Deutsche Zeitschrift für Philosophie 62 (6):1138-1152 (2014)

Simon Derpmann
University of Münster
A philosophical inquiry into the ethics or the morals of distress has to address a distinction regarding its very own scope. On the one hand, situations of distress can be understood to involve particular moral considerations. On the other hand, distress can be understood as the presence of specific characteristics that may allow for a divergence from what is obliged from the moral point of view. The article reflects on the idea of distress as setting limits to moral reflection and obligation, considering particular examples that illustrate the meaning of integrity and personal ties and their practical relevance in situations of distress. In the light of these reflections it seems inadequate to claim that distress exempts one from relying on moral reasoning altogether, but rather that situations of distress engender specific moral considerations.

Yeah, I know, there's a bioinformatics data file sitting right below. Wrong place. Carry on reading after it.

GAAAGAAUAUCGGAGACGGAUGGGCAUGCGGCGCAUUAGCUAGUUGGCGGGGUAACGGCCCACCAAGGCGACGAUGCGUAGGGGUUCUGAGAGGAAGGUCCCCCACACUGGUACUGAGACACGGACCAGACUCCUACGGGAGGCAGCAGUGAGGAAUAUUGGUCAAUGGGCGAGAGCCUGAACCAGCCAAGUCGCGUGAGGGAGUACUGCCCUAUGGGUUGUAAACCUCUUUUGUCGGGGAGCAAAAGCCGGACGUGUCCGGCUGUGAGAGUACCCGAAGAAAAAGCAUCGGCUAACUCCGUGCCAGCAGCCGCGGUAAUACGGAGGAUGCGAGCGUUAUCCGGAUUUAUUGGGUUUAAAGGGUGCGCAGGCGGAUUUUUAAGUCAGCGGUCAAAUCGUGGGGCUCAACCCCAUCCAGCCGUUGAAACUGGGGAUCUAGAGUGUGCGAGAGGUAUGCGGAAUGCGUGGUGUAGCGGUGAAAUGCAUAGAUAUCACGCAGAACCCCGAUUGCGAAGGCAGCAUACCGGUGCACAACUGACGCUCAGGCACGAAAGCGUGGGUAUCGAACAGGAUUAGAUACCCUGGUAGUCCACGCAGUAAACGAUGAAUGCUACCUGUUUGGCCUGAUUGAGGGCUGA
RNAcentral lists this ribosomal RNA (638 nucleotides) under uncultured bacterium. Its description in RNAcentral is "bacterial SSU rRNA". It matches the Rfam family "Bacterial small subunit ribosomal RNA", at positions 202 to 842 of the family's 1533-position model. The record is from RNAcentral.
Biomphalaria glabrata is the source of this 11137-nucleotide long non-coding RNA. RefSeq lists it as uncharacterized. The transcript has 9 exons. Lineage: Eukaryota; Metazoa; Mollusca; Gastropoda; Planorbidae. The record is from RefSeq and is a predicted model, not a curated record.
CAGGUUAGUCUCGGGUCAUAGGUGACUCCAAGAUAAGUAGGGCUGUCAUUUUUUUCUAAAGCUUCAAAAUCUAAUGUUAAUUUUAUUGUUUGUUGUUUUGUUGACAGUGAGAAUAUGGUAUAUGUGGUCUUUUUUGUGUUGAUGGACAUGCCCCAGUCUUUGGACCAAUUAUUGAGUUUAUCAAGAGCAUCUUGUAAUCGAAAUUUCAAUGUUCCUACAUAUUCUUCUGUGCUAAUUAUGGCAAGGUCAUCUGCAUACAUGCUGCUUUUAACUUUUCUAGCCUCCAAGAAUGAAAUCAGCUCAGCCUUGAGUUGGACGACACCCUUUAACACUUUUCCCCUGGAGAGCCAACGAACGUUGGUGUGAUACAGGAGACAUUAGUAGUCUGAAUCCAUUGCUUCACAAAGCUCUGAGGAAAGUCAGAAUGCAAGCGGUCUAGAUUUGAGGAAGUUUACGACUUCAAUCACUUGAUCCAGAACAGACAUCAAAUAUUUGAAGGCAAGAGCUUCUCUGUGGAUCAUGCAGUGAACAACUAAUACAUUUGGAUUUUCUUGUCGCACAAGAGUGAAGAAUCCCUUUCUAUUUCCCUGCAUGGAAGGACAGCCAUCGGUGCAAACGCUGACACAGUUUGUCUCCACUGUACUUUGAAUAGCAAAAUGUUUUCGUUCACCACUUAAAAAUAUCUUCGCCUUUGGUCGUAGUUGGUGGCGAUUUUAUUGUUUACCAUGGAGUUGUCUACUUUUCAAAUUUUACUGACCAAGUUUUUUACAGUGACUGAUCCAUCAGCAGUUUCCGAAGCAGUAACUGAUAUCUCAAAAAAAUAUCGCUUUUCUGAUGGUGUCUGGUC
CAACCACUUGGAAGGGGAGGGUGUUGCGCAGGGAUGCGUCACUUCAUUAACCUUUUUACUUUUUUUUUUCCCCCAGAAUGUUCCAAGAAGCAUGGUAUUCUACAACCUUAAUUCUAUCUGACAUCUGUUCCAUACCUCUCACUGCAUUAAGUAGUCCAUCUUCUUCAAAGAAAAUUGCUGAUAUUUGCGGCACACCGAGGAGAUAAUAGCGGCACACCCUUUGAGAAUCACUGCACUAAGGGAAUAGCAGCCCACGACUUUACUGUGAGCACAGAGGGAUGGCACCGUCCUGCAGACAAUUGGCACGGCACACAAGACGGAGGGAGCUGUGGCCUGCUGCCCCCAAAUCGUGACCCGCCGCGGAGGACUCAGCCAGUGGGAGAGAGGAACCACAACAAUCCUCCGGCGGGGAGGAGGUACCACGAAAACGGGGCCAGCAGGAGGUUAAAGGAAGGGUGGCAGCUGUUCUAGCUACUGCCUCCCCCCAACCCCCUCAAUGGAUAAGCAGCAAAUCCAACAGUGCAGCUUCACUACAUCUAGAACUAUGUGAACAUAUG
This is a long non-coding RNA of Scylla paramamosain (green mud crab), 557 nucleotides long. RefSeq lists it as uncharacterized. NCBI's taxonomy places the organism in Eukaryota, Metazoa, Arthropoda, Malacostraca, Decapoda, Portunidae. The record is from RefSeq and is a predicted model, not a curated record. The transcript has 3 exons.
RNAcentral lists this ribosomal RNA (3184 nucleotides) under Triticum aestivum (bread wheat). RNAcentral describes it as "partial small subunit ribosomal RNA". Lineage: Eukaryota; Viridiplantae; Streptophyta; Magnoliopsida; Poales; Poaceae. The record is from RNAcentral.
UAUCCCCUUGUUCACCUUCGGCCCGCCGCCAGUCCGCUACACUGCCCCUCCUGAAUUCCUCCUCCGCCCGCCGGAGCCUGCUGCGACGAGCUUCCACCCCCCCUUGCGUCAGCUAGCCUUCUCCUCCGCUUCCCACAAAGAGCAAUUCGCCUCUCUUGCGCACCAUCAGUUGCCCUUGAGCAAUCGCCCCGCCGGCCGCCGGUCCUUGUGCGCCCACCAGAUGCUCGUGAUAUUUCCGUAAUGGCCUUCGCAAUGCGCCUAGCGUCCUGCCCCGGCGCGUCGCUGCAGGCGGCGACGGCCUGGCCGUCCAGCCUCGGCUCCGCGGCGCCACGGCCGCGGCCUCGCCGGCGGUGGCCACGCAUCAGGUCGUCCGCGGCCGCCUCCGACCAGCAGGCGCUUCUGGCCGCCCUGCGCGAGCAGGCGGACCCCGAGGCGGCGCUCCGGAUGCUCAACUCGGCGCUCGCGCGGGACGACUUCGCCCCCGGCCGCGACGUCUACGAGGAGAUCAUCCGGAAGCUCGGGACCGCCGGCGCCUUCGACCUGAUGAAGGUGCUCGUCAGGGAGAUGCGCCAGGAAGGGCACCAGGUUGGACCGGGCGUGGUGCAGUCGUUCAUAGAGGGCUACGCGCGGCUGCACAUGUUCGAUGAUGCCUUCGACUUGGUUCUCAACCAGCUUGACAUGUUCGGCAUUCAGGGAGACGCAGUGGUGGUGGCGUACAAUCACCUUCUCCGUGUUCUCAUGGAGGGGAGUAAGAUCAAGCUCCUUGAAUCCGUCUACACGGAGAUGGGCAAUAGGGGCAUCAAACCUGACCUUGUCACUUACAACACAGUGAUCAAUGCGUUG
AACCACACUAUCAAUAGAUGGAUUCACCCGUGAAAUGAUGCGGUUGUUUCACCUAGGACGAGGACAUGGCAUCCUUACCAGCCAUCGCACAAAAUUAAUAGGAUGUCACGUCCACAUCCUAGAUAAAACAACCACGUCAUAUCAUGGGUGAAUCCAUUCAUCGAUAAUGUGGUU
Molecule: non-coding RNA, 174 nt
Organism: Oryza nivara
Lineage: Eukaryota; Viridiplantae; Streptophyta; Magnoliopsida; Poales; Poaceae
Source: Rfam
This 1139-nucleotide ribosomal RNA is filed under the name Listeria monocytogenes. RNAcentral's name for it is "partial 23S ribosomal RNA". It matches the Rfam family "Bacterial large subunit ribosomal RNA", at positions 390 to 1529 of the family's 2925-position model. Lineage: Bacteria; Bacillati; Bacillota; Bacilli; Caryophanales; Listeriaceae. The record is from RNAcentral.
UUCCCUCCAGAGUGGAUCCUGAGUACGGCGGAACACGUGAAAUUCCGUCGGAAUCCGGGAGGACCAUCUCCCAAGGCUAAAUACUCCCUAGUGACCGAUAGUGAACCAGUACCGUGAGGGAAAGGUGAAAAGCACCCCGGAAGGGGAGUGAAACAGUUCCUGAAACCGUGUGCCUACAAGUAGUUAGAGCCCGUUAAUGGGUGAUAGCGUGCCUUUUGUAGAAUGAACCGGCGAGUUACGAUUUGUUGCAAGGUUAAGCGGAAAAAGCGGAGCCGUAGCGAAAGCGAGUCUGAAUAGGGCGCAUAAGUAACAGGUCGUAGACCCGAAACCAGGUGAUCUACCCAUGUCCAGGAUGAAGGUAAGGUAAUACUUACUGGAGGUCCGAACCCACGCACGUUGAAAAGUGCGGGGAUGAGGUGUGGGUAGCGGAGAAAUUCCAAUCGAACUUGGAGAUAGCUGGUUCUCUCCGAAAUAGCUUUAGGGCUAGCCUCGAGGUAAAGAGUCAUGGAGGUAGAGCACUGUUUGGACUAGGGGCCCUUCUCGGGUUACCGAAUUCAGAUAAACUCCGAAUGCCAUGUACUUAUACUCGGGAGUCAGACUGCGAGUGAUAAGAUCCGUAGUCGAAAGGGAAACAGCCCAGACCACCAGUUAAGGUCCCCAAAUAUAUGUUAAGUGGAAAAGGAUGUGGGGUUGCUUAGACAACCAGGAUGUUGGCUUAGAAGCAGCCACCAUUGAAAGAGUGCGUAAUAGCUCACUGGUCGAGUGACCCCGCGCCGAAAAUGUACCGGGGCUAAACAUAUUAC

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DOI 10.1515/dzph-2014-0074
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